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Film Review: Clown (2014)

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“Dark, creepy and nasty but has its tongue in its cheek.”

clownWhen realtor Kent (Powers) finds a clown costume in a house he is trying to sell, he thinks he’s found the answer to his problems when the clown booked to entertain his son’s birthday party calls it off. Donning the suit, he saves the day. The only problem is that the clown costume isn’t a costume at all, but rather the skin of a demon.

Kent finds that he cannot remove the costume, nose or wig, even with scissors. When his wife tries to prise the red nose off of his own, it takes a lot of skin with it. It’s about this time that he receives a tip that the costume is turning him into a demon and the only way to stop it is to have his head chopped off. Kent is understandably hesitant to allow this to happen, and so begins a race against time and a battle with himself before the demon takes him over completely.

It turns out that the demon can only be sated by devouring five children. Interestingly, the film is happy to break one of cinema’s last great taboos – the killing of children – and the demon does it with glee. Another, the death of family pets, is also covered when the dog eats the clown nose and is possessed by the demon as well.

The clown demon is an impressively scary looking beast at a time when we are seemingly starved of great horror icons and monsters. There is minimal but very clever use of found footage and there are some really good set pieces, especially if you’ve ever been pwned (it’s a word, trust us) in an online game of Halo by some pre-pubescent little tyke, or if you’ve ever had to endure one of those giant indoor children’s play areas.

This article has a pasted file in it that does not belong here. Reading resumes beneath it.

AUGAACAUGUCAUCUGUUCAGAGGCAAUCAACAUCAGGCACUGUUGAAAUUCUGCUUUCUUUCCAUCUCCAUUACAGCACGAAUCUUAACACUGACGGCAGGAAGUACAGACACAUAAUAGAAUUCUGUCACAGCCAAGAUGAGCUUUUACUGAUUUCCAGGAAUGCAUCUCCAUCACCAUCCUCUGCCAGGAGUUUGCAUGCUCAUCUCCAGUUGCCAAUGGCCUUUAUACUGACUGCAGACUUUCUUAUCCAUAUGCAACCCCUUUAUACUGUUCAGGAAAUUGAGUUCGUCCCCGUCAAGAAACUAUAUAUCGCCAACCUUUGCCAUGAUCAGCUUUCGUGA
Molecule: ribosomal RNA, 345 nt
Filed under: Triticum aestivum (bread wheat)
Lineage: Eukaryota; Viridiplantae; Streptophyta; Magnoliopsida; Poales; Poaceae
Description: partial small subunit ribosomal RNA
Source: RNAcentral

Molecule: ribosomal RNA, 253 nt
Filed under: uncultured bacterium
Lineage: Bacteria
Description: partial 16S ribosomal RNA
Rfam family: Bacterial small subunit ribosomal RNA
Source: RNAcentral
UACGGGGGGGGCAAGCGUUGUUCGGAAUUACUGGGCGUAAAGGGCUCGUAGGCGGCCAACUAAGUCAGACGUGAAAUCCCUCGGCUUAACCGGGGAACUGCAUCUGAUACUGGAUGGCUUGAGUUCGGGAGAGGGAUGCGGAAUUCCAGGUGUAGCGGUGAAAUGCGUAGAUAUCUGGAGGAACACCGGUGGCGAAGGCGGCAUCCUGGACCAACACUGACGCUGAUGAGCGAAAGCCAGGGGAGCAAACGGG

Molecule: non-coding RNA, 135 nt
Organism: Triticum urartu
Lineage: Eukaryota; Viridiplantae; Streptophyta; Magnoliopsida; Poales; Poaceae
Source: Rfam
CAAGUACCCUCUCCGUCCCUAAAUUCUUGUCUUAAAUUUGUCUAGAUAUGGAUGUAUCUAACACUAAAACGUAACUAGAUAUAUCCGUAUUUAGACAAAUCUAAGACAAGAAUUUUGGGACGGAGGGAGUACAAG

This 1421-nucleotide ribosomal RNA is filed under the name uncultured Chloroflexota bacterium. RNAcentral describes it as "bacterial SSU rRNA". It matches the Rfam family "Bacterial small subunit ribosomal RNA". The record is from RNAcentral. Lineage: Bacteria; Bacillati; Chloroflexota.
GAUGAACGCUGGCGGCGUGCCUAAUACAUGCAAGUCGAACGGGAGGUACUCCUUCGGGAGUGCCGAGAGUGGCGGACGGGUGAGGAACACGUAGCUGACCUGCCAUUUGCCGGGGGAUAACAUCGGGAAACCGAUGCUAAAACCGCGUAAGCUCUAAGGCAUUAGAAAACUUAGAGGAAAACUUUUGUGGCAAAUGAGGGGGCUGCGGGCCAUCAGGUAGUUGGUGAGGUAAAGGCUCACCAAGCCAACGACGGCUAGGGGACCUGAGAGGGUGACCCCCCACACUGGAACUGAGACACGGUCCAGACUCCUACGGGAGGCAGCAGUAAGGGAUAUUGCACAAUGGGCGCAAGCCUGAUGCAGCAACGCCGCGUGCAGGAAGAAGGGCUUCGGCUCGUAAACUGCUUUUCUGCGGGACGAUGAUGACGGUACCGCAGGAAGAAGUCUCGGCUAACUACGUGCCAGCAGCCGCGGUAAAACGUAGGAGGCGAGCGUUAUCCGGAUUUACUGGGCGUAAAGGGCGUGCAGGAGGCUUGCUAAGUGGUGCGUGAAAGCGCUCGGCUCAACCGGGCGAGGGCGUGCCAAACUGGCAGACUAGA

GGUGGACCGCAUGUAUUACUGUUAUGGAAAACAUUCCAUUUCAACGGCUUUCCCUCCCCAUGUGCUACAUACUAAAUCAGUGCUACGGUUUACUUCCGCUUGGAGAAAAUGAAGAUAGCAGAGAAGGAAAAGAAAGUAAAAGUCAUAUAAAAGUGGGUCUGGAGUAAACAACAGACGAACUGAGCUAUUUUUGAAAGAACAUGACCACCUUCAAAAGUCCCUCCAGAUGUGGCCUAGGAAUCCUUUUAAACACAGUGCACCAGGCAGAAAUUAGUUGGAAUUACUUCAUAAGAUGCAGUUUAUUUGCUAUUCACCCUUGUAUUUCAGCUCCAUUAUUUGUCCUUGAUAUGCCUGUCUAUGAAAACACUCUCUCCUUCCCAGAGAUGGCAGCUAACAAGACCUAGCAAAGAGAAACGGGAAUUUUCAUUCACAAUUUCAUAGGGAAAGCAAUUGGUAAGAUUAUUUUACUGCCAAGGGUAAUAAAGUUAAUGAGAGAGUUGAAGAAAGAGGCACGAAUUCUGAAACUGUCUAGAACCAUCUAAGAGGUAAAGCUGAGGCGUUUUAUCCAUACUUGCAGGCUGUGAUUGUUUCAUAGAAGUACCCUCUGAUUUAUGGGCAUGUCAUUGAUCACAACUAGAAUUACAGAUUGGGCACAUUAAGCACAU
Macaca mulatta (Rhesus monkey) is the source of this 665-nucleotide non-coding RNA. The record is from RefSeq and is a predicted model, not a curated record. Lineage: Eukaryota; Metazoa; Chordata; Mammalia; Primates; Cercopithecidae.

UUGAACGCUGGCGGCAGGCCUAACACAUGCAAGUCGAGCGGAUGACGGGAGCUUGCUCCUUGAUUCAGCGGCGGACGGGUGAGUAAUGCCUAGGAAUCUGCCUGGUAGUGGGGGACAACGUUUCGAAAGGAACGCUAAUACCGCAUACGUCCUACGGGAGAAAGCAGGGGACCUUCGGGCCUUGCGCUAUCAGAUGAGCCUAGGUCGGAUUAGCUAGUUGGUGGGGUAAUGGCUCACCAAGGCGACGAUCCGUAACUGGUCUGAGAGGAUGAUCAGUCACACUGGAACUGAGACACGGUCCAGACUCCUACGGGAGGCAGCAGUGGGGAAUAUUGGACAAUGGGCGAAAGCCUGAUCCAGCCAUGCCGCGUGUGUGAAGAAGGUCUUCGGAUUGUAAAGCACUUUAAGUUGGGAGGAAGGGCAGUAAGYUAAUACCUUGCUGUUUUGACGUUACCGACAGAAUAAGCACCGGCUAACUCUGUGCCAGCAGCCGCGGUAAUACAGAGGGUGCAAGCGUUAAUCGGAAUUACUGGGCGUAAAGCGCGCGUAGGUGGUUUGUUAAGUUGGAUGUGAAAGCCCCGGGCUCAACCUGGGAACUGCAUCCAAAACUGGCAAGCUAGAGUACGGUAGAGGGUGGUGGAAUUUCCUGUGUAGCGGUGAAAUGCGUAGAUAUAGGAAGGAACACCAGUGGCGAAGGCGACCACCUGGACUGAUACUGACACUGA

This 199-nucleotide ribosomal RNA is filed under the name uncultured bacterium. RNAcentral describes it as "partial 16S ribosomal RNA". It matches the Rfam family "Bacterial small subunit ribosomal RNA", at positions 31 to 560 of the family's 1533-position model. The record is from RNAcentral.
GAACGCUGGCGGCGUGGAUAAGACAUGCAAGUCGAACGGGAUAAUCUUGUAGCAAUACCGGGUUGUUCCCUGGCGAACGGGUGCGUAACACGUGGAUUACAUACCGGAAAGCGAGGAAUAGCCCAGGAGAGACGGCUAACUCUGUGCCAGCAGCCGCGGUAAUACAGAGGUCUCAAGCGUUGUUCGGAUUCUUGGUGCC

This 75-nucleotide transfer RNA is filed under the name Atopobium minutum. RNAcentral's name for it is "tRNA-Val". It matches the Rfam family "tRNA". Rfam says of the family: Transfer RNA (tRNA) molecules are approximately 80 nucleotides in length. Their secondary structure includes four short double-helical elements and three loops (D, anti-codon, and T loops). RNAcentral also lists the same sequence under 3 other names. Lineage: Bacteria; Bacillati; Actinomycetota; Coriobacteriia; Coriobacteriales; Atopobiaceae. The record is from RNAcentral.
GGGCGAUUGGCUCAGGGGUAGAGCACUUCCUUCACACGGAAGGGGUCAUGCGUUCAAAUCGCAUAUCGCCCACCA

With mostly unknowns – Stormare is probably the only real recognisable ‘star’ on show – it’s dark, creepy and nasty but has its tongue in its cheek, and as ridiculous as the premise is, it is one we embrace in the horror genre. The idea of people being possessed by their Halloween costumes is not a new one, but this covers those same tracks with aplomb.

We await the inevitable sequel and hope that the scare quotient is given a real push as this has the promise of something special.

JD GILLAM

Director: Jon Watts
Screenplay: Jon Watts, Christopher D. Ford
Starring: Peter Stormare, Andy Powers, Laura Allen, Christian Distefano
Certificate: 18
Running time: 96 minutes
Release date: 2 March 2015

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